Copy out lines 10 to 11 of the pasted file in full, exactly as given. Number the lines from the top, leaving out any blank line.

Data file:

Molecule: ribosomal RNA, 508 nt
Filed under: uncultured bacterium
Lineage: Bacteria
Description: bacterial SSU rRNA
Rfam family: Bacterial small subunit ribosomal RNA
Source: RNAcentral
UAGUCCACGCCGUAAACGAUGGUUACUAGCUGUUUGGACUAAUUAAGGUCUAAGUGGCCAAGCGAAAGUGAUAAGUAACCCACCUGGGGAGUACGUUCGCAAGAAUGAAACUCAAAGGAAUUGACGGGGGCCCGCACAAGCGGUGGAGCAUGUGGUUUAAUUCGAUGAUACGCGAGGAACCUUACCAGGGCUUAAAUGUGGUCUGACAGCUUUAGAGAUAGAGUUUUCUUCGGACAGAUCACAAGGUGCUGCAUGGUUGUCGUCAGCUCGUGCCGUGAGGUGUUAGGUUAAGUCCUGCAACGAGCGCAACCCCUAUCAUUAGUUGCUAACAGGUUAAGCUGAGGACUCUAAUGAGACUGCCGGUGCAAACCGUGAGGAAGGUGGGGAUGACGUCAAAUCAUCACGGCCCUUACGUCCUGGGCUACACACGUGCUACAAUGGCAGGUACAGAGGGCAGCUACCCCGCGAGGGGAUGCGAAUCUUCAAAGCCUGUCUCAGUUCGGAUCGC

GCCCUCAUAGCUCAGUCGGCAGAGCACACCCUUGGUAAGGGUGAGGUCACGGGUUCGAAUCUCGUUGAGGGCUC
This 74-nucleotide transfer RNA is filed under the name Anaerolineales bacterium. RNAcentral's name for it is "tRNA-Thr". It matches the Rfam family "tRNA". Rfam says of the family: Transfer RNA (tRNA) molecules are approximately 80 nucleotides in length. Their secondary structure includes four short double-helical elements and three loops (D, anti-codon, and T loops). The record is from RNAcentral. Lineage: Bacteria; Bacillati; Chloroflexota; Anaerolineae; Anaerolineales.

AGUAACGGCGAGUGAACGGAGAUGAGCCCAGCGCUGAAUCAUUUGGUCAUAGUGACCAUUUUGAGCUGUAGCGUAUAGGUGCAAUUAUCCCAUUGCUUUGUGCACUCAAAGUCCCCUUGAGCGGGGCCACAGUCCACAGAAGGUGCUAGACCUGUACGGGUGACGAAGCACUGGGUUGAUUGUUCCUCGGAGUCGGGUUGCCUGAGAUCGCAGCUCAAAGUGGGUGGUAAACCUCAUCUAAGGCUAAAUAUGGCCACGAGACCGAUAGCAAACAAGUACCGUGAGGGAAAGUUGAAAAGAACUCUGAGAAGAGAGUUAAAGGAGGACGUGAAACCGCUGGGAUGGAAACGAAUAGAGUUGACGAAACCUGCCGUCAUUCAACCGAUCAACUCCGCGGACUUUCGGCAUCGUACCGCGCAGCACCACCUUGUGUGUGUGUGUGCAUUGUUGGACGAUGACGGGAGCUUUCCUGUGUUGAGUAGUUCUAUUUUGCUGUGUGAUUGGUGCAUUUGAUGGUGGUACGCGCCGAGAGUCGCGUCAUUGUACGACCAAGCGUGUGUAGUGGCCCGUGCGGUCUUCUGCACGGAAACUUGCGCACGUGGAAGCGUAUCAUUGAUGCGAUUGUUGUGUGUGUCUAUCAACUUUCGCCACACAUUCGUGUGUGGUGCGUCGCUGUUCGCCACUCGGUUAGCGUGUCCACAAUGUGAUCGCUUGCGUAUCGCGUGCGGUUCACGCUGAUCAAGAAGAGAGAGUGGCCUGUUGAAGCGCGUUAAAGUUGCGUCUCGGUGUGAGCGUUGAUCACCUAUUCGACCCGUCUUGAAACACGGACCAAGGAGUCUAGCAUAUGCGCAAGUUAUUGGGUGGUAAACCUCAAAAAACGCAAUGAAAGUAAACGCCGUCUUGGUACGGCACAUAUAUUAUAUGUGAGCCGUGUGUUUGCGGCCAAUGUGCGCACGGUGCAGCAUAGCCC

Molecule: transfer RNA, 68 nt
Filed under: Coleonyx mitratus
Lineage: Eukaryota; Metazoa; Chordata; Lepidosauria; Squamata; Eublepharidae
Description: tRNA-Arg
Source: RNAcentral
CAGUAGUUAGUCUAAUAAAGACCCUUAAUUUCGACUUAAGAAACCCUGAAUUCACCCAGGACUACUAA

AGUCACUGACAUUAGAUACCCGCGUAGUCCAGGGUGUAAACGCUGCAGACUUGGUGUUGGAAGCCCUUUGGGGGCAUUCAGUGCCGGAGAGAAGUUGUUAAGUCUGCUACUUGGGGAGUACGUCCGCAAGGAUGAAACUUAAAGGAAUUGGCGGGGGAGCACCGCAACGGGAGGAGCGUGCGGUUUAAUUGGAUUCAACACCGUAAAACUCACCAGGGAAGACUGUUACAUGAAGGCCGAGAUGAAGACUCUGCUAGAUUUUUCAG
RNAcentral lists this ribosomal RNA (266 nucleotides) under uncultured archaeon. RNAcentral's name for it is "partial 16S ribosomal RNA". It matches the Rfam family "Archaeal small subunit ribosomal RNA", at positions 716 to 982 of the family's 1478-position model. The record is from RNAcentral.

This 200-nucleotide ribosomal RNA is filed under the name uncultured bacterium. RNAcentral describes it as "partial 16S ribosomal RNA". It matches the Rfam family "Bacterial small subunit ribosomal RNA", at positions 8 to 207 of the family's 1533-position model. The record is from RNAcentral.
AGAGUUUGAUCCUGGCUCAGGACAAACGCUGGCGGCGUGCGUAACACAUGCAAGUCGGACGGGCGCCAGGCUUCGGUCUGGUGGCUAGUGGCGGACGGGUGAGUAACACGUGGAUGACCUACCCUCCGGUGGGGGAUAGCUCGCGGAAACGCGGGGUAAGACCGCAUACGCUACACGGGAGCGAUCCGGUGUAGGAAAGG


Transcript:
AGUAACGGCGAGUGAACGGAGAUGAGCCCAGCGCUGAAUCAUUUGGUCAUAGUGACCAUUUUGAGCUGUAGCGUAUAGGUGCAAUUAUCCCAUUGCUUUGUGCACUCAAAGUCCCCUUGAGCGGGGCCACAGUCCACAGAAGGUGCUAGACCUGUACGGGUGACGAAGCACUGGGUUGAUUGUUCCUCGGAGUCGGGUUGCCUGAGAUCGCAGCUCAAAGUGGGUGGUAAACCUCAUCUAAGGCUAAAUAUGGCCACGAGACCGAUAGCAAACAAGUACCGUGAGGGAAAGUUGAAAAGAACUCUGAGAAGAGAGUUAAAGGAGGACGUGAAACCGCUGGGAUGGAAACGAAUAGAGUUGACGAAACCUGCCGUCAUUCAACCGAUCAACUCCGCGGACUUUCGGCAUCGUACCGCGCAGCACCACCUUGUGUGUGUGUGUGCAUUGUUGGACGAUGACGGGAGCUUUCCUGUGUUGAGUAGUUCUAUUUUGCUGUGUGAUUGGUGCAUUUGAUGGUGGUACGCGCCGAGAGUCGCGUCAUUGUACGACCAAGCGUGUGUAGUGGCCCGUGCGGUCUUCUGCACGGAAACUUGCGCACGUGGAAGCGUAUCAUUGAUGCGAUUGUUGUGUGUGUCUAUCAACUUUCGCCACACAUUCGUGUGUGGUGCGUCGCUGUUCGCCACUCGGUUAGCGUGUCCACAAUGUGAUCGCUUGCGUAUCGCGUGCGGUUCACGCUGAUCAAGAAGAGAGAGUGGCCUGUUGAAGCGCGUUAAAGUUGCGUCUCGGUGUGAGCGUUGAUCACCUAUUCGACCCGUCUUGAAACACGGACCAAGGAGUCUAGCAUAUGCGCAAGUUAUUGGGUGGUAAACCUCAAAAAACGCAAUGAAAGUAAACGCCGUCUUGGUACGGCACAUAUAUUAUAUGUGAGCCGUGUGUUUGCGGCCAAUGUGCGCACGGUGCAGCAUAGCCC

Molecule: transfer RNA, 68 nt